Understanding CARES Act 401K

CARES Act 401K

The Coronavirus Aid, Relief, and Economic Security (CARES) Act was signed in March 2020 as an emergency response to the economic fallout of the COVID-19 pandemic. Among its many provisions, the CARES Act included temporary changes to the rules governing 401(k) plans and other retirement accounts. These changes allow those financially impacted by the pandemic to expand access to their retirement savings. For many who had their income disrupted or lost entirely, tapping into 401(k) funds may seem like an attractive or even necessary option. However, withdrawing retirement savings now can have significant long-term consequences. It is essential to fully understand the CARES Act’s modifications to 401(k) withdrawal and loan rules before making any decisions.

1.  Historical Context of 401(k) Plans

401(k) plans have been a pillar of retirement savings since the 1980s. Offered by many employers, 401(k)s allow workers to invest pre-tax dollars, which then grow tax-deferred until retirement. These plans empower people to save and invest in their future. While funds cannot normally be accessed before age 59 1⁄2 without incurring penalties, the 401(k) system incentivizes disciplined saving over decades. This helps account holders accumulate assets for a secure retirement. 401(k)s represent a promise to one’s future self. The CARES Act offers temporary relief but should not be seen as undoing the fundamental purpose of these accounts.

2.  Why The CARES Act Matters for 401(k) Plans

The COVID-19 pandemic and associated economic crises have significantly disrupted household finances. Widespread job loss, reduced work hours, and increased costs have strained many budgets. Retirement saving has understandably taken a backseat to more immediate needs. The CARES Act 401K withdrawal provisions were introduced to specifically address these concerns, providing a lifeline for those grappling with these unprecedented challenges. It allows qualified individuals to withdraw up to $100,000 from 401(k) or other defined contribution retirement plans before age 59 1⁄2 without paying the 10% early withdrawal penalty.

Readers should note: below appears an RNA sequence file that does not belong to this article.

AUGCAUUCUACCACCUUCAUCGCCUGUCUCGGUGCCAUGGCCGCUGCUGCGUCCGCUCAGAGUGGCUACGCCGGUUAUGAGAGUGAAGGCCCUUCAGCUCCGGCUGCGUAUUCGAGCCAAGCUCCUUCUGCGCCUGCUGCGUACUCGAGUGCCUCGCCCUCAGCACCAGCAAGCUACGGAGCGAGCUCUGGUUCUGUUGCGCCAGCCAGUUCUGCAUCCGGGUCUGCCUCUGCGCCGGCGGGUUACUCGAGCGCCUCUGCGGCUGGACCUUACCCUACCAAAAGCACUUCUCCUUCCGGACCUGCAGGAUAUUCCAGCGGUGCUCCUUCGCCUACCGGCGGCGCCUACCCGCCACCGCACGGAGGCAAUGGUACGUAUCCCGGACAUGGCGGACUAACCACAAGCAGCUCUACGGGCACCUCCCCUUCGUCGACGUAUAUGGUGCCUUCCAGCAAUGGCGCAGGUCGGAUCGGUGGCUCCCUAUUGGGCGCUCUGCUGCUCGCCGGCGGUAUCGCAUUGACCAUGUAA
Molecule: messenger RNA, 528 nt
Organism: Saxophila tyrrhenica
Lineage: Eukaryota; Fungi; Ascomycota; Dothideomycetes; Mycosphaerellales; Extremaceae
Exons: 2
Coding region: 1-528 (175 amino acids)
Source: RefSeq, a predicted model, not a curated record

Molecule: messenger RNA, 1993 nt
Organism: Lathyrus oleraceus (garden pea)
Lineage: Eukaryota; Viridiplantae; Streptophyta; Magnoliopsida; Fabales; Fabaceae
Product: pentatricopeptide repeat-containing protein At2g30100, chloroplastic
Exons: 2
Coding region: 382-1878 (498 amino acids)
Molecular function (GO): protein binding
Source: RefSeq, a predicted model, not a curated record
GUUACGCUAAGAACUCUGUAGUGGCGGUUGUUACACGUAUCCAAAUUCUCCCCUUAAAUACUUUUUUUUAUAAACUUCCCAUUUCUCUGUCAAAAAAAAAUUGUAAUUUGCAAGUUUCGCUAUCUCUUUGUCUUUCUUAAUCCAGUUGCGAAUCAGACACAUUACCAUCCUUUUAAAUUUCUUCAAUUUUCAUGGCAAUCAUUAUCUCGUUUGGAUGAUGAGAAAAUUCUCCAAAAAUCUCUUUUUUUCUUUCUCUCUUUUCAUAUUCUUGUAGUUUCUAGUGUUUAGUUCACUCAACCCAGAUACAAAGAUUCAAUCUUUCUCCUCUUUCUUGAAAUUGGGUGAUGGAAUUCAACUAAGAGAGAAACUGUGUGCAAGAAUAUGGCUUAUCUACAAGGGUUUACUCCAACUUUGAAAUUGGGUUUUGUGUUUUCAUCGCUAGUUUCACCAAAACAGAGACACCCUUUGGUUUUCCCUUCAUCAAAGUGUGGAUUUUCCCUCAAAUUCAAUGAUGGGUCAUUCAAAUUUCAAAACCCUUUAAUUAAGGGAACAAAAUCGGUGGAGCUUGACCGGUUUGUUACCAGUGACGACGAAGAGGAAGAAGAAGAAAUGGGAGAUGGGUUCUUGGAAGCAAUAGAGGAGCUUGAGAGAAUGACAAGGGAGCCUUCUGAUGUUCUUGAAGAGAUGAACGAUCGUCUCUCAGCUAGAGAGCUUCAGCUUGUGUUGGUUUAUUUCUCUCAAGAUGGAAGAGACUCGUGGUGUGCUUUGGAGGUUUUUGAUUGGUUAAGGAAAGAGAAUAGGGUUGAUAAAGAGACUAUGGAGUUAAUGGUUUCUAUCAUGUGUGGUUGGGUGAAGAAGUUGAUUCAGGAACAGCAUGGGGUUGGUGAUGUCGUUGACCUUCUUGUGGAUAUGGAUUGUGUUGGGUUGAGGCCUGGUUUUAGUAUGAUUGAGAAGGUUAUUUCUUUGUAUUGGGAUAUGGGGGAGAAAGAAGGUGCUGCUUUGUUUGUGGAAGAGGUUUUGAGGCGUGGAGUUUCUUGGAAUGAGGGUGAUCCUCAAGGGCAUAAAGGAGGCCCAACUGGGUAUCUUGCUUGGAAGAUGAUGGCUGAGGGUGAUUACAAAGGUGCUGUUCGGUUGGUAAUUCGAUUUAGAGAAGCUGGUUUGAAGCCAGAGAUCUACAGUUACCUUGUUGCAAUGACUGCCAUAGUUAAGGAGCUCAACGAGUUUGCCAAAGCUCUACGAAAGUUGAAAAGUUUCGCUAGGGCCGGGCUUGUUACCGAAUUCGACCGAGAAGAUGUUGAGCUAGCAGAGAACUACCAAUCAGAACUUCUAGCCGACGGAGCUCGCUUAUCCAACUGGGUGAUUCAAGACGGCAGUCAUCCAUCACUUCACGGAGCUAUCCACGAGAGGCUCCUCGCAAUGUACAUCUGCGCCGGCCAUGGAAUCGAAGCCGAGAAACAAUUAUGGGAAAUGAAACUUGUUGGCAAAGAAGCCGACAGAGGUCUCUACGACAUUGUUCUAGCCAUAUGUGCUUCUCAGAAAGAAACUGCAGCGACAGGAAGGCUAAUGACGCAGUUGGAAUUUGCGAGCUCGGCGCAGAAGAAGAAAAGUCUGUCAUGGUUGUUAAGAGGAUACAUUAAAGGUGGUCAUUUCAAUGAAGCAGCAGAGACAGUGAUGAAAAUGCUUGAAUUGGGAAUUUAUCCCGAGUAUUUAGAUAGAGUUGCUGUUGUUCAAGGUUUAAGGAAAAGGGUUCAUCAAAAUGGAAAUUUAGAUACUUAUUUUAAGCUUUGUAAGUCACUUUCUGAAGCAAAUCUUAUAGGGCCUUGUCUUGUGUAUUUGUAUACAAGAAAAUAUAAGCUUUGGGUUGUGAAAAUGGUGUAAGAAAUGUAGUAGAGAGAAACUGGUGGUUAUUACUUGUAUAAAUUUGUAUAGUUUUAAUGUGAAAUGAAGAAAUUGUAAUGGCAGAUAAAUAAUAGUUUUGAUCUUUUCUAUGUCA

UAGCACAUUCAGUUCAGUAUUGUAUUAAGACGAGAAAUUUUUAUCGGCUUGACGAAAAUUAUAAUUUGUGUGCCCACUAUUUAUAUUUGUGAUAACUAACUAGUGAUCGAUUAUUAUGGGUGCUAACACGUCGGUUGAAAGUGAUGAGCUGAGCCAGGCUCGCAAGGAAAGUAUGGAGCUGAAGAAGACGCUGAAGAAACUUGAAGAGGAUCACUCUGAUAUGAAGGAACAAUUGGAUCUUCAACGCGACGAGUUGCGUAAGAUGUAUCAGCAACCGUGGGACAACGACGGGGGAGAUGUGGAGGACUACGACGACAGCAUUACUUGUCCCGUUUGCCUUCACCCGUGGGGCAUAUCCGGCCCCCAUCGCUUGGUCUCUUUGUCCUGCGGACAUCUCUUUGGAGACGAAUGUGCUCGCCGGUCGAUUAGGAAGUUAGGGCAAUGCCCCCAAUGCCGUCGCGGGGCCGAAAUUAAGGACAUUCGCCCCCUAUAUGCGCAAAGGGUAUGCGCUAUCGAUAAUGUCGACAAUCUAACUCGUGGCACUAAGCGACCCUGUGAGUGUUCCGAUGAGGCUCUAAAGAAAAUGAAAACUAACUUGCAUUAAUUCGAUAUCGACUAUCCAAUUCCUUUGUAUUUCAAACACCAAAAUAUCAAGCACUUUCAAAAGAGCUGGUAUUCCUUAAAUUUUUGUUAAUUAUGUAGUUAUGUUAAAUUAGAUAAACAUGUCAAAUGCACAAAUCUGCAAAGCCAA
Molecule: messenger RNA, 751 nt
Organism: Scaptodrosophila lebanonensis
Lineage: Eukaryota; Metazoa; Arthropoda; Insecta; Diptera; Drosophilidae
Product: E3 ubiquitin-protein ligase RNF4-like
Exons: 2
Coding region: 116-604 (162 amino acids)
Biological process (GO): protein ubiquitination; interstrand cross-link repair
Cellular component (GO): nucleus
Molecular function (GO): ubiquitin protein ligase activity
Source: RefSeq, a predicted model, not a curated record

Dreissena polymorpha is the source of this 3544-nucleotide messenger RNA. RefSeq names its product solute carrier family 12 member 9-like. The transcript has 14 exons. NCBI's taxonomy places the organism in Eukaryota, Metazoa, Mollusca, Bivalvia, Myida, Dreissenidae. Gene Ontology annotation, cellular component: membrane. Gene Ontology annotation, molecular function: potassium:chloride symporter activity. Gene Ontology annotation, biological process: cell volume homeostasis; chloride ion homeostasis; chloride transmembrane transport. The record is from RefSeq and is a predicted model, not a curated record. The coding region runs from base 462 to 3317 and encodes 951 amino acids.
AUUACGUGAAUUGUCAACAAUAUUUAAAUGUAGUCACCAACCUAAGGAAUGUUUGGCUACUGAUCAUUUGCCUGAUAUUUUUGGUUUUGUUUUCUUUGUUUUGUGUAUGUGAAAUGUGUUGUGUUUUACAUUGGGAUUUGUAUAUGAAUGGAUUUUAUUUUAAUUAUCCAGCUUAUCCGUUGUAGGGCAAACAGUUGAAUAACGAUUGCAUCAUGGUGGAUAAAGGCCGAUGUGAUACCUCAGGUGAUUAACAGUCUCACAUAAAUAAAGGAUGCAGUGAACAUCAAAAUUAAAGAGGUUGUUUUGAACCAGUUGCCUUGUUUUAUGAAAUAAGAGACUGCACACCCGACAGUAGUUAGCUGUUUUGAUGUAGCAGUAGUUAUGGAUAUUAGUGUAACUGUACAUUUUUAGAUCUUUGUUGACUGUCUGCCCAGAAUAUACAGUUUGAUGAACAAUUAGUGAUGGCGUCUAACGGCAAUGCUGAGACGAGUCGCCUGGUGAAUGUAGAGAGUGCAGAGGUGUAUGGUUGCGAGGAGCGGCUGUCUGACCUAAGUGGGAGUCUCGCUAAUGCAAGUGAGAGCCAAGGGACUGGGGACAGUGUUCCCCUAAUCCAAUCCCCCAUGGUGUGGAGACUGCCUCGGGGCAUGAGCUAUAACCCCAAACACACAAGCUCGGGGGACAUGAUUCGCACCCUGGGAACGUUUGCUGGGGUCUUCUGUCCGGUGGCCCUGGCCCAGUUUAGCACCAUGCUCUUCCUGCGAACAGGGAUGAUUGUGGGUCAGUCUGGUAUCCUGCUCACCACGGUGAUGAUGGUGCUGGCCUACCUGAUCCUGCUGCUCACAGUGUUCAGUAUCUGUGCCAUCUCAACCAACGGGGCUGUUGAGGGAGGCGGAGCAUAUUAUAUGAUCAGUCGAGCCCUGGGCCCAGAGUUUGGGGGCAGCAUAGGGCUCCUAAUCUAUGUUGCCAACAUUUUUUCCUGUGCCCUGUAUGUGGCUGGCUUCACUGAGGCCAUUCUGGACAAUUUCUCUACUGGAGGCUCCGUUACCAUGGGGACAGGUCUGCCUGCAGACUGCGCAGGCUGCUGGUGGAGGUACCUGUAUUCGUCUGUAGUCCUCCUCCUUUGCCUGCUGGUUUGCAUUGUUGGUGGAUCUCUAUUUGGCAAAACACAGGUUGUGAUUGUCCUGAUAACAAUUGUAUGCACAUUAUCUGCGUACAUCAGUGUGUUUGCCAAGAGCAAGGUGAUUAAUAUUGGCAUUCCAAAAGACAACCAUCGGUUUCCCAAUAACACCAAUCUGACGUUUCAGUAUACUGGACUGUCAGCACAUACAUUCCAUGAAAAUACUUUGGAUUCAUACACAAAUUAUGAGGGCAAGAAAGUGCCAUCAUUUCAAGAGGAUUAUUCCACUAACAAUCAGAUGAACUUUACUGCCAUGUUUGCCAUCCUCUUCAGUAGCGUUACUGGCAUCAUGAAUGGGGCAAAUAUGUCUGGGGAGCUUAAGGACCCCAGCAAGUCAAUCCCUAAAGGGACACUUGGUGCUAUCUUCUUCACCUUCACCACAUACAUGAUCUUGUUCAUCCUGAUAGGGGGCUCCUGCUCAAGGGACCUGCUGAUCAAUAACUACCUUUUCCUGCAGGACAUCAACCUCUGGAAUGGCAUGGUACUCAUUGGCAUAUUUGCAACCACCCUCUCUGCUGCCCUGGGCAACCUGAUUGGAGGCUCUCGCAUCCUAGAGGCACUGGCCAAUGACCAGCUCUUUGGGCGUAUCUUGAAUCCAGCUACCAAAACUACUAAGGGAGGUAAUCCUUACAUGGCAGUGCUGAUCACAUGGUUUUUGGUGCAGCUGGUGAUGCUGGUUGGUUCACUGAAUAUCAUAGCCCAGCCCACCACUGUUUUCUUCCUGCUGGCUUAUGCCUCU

3.  Eligibility Criteria for CARES Act 401(k) Withdrawal

To qualify for penalty-free 401(k) withdrawals under the CARES Act, account holders must meet one of several conditions:

  • They have been diagnosed with COVID-19
  • Their spouse or dependent has been diagnosed with COVID-19
  • They have experienced adverse financial consequences stemming from pandemic-related layoffs, quarantines, reduced work hours, lack of childcare, or other disruptions.

Those seeking to utilize CARES Act 401(k) provisions will need to self-certify that they meet one of these criteria when initiating the withdrawal. This gives account holders flexibility while relying on personal accountability.

4.  Tax Implications and the CARES Act

While the 10% early withdrawal penalty is waived, income tax still applies to 401(k) funds accessed through the CARES Act. However, the Act allows for up to three years to pay the taxes owed. Account holders can choose to count the entire withdrawal as income for 2020 or spread it evenly over 2020, 2021, and 2022. This tax flexibility aims to ease the burden in light of the pandemic.

It is important to note that 401(k) funds withdrawn are still subject to mandatory 20% federal withholding at the time of distribution. This is meant to prepay part of the taxes owed, although the funds withheld can be claimed as a credit on tax returns. Account holders need to be aware that they will not receive the full requested distribution amount.

5.  How the CARES Act Impacts Loan Provisions in 401(k) Plans